I was persuaded that Marx was basically right in his diagnosis of the need for some radical change in India, as its old order was crumbling as a result of not having been a part of the intellectual and economic globalisation that the Renaissance and the Industrial Revolution had initiated across the world (along with, alas, colonialism).
There was arguably, however, a serious flaw in Marx’s thesis, in particular in his implicit presumption that the British conquest was the only window on the modern world that could have opened for India. What India needed at the time was more constructive globalisation, but that is not the same thing as imperialism. The distinction is important. Throughout India’s long history, it persistently enjoyed exchanges of ideas as well as of commodities with the outside world. Traders, settlers and scholars moved between India and further east – China, Indonesia, Malaysia, Cambodia, Vietnam, Thailand and elsewhere – for a great many centuries, beginning more than 2,000 years ago. The far-reaching influence of this movement – especially on language, literature and architecture – can be seen plentifully even today. There were also huge global influences by means of India’s open-frontier attitude in welcoming fugitives from its early days.
In the powerful indictment of British rule in India that Tagore presented in 1941, he argued that India had gained a great deal from its association with Britain, for example, from “discussions centred upon Shakespeare’s drama and Byron’s poetry and above all … the large-hearted liberalism of 19th-century English politics”. The tragedy, he said, came from the fact that what “was truly best in their own civilisation, the upholding of dignity of human relationships, has no place in the British administration of this country”. Indeed, the British could not have allowed Indian subjects to avail themselves of these freedoms without threatening the empire itself.
On July 8, 1853, Commodore Matthew Perry of the United States Navy, commanding a squadron of two steamers and two sailing vessels, sailed into Tôkyô harbor aboard the frigate Susquehanna. Perry, on behalf of the U.S. government, forced Japan to enter into trade with the United States and demanded a treaty permitting trade and the opening of Japanese ports to U.S. merchant ships. This was the era when all Western powers were seeking to open new markets for their manufactured goods abroad, as well as new countries to supply raw materials for industry. It was clear that Commodore Perry could impose his demands by force. The Japanese had no navy with which to defend themselves, and thus they had to agree to the demands.
Perry's small squadron itself was not enough to force the massive changes that then took place in Japan, but the Japanese knew that his ships were just the beginning of Western interest in their islands. Russia, Britain, France, and Holland all followed Perry's example and used their fleets to force Japan to sign treaties that promised regular relations and trade. They did not just threaten Japan — they combination their navies on several occasions to defeat and disarm the Japanese feudal domains that defied them.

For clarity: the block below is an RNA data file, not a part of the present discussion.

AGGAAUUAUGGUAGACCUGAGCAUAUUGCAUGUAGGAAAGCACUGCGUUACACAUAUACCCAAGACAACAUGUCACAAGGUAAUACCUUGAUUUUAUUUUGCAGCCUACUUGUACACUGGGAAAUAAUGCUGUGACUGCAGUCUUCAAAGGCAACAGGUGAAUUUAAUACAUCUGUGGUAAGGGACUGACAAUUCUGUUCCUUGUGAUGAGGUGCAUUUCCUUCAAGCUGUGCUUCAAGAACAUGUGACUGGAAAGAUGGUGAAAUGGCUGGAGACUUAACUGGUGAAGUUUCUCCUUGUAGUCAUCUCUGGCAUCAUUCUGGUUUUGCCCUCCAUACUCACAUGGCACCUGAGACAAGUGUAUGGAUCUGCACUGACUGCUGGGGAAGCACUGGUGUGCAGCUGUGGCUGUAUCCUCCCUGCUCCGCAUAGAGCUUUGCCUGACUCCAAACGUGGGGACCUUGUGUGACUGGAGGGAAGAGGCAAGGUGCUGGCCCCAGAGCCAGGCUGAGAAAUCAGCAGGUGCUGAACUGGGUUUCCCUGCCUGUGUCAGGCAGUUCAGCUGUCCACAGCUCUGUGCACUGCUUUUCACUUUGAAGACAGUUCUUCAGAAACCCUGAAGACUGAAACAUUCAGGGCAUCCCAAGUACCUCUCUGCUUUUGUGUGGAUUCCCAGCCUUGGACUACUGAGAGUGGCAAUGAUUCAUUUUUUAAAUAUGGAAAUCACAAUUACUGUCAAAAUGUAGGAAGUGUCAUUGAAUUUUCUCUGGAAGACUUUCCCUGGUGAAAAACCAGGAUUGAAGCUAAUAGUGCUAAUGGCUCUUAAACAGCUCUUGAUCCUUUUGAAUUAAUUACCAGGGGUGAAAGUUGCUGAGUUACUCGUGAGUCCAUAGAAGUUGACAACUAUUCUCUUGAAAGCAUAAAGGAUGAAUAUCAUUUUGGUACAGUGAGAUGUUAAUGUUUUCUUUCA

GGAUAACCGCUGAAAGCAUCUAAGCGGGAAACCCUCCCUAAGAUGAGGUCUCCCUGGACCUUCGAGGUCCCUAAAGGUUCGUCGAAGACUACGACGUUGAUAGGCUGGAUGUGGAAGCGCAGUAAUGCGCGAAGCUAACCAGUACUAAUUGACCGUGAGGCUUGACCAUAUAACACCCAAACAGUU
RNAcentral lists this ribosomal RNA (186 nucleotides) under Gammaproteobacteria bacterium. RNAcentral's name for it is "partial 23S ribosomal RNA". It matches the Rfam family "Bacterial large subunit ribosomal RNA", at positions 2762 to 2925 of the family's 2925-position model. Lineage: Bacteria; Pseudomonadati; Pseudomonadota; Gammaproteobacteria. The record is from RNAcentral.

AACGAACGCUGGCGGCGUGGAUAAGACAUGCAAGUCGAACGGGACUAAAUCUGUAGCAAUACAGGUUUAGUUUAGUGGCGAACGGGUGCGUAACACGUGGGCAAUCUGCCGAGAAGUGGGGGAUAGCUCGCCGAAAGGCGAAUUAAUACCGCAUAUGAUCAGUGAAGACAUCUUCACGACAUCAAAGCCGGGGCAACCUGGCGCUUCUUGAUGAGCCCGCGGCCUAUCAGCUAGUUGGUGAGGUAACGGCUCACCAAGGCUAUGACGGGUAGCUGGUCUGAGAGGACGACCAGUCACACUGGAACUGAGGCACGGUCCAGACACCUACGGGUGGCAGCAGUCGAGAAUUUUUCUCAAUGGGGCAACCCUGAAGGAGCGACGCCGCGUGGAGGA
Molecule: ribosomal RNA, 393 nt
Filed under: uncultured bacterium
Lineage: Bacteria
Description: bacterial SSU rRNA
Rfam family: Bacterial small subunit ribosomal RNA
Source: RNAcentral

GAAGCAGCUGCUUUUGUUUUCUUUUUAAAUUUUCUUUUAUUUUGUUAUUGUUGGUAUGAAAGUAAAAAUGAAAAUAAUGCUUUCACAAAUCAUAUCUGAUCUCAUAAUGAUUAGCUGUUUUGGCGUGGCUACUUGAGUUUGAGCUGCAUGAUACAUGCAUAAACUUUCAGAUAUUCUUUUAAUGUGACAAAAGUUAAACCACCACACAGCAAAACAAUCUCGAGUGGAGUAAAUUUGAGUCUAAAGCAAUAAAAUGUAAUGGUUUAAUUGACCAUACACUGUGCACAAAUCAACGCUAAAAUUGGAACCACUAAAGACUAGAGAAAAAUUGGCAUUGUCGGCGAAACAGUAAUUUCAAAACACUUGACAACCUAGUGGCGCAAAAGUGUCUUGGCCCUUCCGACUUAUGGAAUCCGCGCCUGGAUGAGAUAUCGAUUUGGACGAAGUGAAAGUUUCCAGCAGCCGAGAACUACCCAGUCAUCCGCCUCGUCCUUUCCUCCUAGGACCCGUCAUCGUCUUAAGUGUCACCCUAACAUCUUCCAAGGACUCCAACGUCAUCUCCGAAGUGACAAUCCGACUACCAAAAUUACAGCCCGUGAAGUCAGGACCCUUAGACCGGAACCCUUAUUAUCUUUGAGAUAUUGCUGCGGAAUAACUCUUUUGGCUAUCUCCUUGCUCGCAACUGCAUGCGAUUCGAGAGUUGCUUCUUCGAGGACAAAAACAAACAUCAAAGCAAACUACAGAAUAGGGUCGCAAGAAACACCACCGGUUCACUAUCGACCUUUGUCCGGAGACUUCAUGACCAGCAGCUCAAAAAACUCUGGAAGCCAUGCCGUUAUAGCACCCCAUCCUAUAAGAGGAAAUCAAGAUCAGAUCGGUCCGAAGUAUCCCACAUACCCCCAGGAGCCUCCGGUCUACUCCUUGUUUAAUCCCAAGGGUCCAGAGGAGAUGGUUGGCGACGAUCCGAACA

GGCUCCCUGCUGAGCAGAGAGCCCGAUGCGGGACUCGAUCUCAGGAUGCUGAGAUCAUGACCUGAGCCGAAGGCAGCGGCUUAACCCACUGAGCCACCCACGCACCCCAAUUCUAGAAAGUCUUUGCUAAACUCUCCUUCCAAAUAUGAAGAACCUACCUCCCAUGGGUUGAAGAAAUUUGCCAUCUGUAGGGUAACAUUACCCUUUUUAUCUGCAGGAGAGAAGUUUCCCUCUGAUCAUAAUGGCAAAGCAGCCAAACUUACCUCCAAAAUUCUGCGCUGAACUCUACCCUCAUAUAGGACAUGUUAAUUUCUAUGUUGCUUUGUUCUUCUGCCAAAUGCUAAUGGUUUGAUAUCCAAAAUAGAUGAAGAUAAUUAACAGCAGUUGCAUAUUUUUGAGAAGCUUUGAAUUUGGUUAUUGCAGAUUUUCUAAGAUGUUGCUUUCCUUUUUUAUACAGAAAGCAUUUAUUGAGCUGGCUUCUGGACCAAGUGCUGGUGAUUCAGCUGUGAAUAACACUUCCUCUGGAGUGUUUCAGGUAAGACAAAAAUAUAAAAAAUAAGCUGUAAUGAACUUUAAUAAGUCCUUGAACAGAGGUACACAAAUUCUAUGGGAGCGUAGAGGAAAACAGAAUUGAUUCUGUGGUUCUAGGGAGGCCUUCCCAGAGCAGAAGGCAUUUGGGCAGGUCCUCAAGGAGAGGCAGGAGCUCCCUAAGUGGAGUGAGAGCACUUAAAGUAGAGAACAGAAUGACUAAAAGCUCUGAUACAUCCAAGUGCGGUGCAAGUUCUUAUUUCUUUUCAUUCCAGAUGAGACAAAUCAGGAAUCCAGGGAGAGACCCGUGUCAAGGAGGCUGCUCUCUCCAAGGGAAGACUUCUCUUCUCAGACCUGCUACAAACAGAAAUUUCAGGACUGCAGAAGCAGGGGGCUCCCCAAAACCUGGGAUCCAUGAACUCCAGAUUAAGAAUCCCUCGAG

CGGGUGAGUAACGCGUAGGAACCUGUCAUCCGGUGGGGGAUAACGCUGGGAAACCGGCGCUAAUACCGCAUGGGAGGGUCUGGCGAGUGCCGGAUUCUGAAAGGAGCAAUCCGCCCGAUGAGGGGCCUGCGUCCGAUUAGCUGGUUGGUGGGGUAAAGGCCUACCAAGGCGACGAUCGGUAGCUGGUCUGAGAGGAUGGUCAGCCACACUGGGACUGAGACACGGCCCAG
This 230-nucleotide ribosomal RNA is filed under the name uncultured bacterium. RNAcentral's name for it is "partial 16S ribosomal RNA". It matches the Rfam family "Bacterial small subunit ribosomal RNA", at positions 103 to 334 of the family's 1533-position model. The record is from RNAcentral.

Tokugawa Japan into which Perry Sailed
Japan at this time was ruled by the shôgun ("great general") from the Tokugawa family. The Tokugawa shogunate was founded about 250 years earlier, in 1603, when Tokugawa leyasu (his surname is Tokugawa) and his allies defeated an opposing coalition of feudal lords to establish dominance over the many contending warlords. But while Tokugawa became dominant, receiving the title of shôgun from the politically powerless emperor, he did not establish a completely centralized state. Instead, he replaced opposing feudal lords with relatives and allies, who were free to rule within their domains under few restrictions. The Tokugawa shôguns prevented alliances against them by forbidding marriages among the other feudal lords' family members and by forcing them to spend every other year under the shôgun's eye in Edo (now Tôkyô), the shogunal capital — in a kind of organized hostage system.
It was the third shôgun, Tokugawa Iemitsu, who enforced isolation from much of the rest of the world in the seventeenth century, believing that influences from abroad (meaning trade, Christianity, and guns) could shift the balance that existed between the shôgun and the feudal lords. He was proven right two centuries later, when change came in the form of Perry's ships.
Upon seeing Perry's fleet sailing into their harbor, the Japanese called them the "black ships of evil mien (appearance)." Many leaders wanted the foreigners expelled from the country, but in 1854 a treaty was signed between the United States and Japan which allowed trade at two ports. In 1858 another treaty was signed which opened more ports and designated cities in which foreigners could reside. The trade brought much foreign currency into Japan disrupting the Japanese monetary system. Because the ruling shôgun seemed unable to do anything about the problems brought by the foreign trade, some samurai leaders began to demand a change in leadership. The weakness of the Tokugawa shogunate before the Western demand for trade, and the disruption this trade brought, eventually led to the downfall of the Shogunate and the creation of a new centralized government with the emperor as its symbolic head.